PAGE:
A river, about 563 km (350 mi) long, of western Thailand. It is a major tributary of the Chao Phraya.
ping (pîng) noun
1.A sharp, high-pitched sound, as that made by a bullet striking metal.
pinged, pinging, pings
To make a sharp, high-pitched, metallic sound.
ping (ping) noun
1. Acronym for Packet Internet Groper. A protocol for testing whether a particular computer is connected to the Internet by sending a packet to its IP address and waiting for a response. The name actually comes from submarine active sonar, where a sound signal- called a "ping"- is broadcast, and surrounding objects are revealed by their reflections of the sound.
2. A UNIX utility that implements the ping protocol. Also called ping program.
ping (ping) verb
1. To test whether a computer is connected to the Internet using the ping program.
2. To test which users on a mailing list are current by sending e-mail to the list asking for a response.
roll: booming, clang, ping,
resonance: ping, ring, ting-a-ling, chime
roll: reverberate, clang,
ping, ring, sing, sing in the ear
resound: ping, ring, ding
Ping of Death
Ping of Death (pêng`
ev deth') noun
A form of Internet vandalism that entails sending a packet that is substantially larger than the usual 64 bytes over the Internet via the ping protocol to a remote computer. The size of the packet causes the computer to crash or reboot.
Beloved to network administrators around the world, Ping was originally a utility that worked with the legendary BSD version of Unix created at Berkeley, but is now an essential part of almost every operating system. Functionally, it is the simplest of tools -- it sends a single packet of information to an Internet address to see if that address is reachable. As a debugger of Internet connections, Ping was/is invaluable.
Ping's usefulness was so
important that the term quickly became a part of geek jargon. To "ping"
a person meant to contact
that person via any means. "Ping me again if you don't hear from me about
your question tomorrow," one hacker
might say to another.
Engineers at Goddard Space Flight Center in Greenbelt, Md., successfully contacted UoSAT-12 spacecraft through a ground station in Surrey, England, using Internet ping packets. The project, called Operating Missions as Nodes on the Internet (OMNI), was the first time that a spacecraft ever had its own Internet address and was a fully RFC-compliant active node on the Internet.
[from the submariners' term for a sonar pulse] 1. n. Slang term for a small network message (ICMP ECHO) sent by a computer to check for the presence and alertness of another. The Unix command ping(8) can be used to do this manually (note that ping(8)'s author denies the widespread folk etymology that the name was ever intended as acronym for `Packet INternet Groper'). Occasionally used as a phone greeting. See ACK, also ENQ. 2. vt. To verify the presence of. 3. vt. To get the attention of. 4. vt. To send a message to all members of a mailing list requesting an ACK (in order to verify that everybody's addresses are reachable). "We haven't heard much of anything from Geoff, but he did respond with an ACK both times I pinged jargon-friends." 5. n. A quantum packet of happiness. People who are very happy tend to exude pings; furthermore, one can intentionally create pings and aim them at a needy party (e.g., a depressed person). This sense of ping may appear as an exclamation; "Ping!" (I'm happy; I am emitting a quantum of happiness; I have been struck by a quantum of happiness). The form "pingfulness", which is used to describe people who exude pings, also occurs. (In the standard abuse of language, "pingfulness" can also be used as an exclamation, in which case it's a much stronger exclamation than just "ping"!). Oppose blargh.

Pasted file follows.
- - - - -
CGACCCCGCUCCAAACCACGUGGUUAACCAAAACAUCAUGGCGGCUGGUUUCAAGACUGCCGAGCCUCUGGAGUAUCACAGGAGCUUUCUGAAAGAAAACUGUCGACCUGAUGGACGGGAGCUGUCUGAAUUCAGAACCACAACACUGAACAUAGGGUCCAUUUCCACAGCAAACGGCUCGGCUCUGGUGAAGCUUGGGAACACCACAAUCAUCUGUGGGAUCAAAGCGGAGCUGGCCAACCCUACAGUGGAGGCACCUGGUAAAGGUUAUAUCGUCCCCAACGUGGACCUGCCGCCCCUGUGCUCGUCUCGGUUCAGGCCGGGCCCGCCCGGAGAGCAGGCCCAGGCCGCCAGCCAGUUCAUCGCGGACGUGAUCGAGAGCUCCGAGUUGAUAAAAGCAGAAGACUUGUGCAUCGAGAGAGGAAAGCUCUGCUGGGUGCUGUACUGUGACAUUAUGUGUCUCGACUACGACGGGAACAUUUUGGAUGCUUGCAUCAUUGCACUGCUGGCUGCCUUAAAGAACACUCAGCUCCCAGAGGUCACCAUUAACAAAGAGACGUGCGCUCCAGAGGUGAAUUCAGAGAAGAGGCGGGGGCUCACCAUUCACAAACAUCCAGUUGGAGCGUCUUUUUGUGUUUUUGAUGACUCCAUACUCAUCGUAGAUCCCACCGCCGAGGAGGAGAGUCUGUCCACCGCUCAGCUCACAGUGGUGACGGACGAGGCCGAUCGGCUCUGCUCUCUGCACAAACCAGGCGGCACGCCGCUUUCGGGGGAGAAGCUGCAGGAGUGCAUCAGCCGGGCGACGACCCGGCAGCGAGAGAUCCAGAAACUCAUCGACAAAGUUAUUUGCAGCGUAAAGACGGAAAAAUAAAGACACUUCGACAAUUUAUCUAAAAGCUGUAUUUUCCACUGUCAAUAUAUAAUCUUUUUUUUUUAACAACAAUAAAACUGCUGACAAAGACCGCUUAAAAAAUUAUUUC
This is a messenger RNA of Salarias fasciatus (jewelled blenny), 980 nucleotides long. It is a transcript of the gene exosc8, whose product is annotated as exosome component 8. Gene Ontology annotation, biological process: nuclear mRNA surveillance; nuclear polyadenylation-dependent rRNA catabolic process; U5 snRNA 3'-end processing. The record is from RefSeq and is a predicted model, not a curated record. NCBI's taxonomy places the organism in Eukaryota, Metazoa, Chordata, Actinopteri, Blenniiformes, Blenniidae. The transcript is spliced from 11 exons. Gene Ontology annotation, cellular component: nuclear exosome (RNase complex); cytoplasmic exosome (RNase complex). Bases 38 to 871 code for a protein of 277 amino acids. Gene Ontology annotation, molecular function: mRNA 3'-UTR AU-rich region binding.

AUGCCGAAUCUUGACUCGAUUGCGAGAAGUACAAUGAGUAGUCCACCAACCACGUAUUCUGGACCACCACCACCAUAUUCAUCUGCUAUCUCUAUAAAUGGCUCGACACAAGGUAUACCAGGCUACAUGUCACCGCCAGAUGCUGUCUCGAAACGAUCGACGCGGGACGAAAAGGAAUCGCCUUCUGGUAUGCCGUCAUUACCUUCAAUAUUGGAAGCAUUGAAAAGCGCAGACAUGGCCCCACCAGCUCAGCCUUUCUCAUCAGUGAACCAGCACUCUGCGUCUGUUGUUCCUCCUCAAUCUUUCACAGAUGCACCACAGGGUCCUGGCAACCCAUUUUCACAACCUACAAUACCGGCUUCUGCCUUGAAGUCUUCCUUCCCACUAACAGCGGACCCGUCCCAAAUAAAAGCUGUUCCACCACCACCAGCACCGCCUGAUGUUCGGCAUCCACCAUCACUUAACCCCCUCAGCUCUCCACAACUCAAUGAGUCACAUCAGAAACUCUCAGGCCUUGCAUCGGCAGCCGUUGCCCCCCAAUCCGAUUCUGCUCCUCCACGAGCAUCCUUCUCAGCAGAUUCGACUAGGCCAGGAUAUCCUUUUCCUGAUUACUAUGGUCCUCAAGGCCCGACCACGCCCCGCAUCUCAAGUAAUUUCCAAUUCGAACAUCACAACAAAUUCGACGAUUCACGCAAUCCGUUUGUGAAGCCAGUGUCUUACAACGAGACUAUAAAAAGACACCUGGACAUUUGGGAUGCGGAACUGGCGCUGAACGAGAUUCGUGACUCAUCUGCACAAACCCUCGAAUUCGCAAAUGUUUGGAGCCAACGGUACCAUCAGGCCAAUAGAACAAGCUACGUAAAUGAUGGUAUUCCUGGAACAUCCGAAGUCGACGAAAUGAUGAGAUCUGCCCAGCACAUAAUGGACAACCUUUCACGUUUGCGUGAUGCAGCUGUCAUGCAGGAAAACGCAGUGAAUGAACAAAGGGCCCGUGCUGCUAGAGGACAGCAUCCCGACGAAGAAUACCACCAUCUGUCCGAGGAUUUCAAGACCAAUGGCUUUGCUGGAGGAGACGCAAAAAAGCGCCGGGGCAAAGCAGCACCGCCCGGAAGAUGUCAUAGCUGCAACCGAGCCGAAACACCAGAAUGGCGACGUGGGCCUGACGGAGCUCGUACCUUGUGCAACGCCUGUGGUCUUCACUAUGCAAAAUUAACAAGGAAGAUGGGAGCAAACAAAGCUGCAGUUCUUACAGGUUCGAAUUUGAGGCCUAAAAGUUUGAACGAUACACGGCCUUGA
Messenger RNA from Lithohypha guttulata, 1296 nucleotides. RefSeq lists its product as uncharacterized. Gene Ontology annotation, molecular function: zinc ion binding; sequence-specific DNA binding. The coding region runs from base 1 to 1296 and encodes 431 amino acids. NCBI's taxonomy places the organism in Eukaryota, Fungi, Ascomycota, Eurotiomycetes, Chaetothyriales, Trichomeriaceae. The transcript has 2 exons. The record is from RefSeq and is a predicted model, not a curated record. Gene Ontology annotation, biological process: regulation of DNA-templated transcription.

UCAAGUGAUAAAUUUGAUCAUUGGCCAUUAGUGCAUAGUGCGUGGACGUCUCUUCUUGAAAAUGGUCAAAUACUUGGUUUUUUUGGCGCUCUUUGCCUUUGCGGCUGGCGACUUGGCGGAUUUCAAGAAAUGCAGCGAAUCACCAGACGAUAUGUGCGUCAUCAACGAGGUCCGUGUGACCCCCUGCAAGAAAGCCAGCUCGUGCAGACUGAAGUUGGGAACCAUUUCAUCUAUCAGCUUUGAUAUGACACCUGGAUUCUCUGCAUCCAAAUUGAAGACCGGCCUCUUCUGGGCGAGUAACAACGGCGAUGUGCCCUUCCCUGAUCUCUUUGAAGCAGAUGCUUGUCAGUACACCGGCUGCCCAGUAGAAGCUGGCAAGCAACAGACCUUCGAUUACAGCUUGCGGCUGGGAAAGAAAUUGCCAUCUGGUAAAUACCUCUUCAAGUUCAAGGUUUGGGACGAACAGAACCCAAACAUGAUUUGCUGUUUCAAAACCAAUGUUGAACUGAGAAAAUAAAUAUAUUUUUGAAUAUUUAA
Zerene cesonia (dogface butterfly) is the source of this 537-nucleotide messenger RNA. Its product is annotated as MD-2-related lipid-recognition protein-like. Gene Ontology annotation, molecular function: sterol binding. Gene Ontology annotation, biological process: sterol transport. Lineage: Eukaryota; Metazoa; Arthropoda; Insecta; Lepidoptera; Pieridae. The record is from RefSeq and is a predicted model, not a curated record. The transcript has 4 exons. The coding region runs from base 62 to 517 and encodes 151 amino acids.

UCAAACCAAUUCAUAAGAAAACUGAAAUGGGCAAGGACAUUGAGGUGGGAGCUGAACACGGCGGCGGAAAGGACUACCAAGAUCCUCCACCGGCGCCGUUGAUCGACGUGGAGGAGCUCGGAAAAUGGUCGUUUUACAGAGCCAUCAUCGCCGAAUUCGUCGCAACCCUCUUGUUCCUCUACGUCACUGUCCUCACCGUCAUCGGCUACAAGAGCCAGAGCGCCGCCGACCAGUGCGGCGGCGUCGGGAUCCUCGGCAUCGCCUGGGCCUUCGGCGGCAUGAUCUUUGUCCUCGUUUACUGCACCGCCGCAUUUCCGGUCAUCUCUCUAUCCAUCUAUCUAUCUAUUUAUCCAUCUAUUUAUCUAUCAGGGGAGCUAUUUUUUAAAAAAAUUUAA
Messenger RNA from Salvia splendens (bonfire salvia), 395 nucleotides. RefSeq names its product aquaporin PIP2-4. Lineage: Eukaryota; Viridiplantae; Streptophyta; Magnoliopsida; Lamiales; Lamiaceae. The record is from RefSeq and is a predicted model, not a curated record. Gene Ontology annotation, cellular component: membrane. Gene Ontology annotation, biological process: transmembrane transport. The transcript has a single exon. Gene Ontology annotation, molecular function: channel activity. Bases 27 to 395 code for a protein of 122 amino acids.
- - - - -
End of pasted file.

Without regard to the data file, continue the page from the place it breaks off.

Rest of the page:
The funniest use of `ping' to date was described in January 1991 by Steve Hayman on the Usenet group comp.sys.next. He was trying to isolate a faulty cable segment on a TCP/IP Ethernet hooked up to a NeXT machine, and got tired of having to run back to his console after each cabling tweak to see if the ping packets were getting through. So he used the sound-recording feature on the NeXT, then wrote a script that repeatedly invoked ping(8), listened for an echo, and played back the recording on each returned packet. Result? A program that caused the machine to repeat, over and over, "Ping ... ping ... ping ..." as long as the network was up. He turned the volume to maximum, ferreted through the building with one ear cocked, and found a faulty tee connector in no time.
- _The New Hacker's Dictionary_ by Eric S. Raymond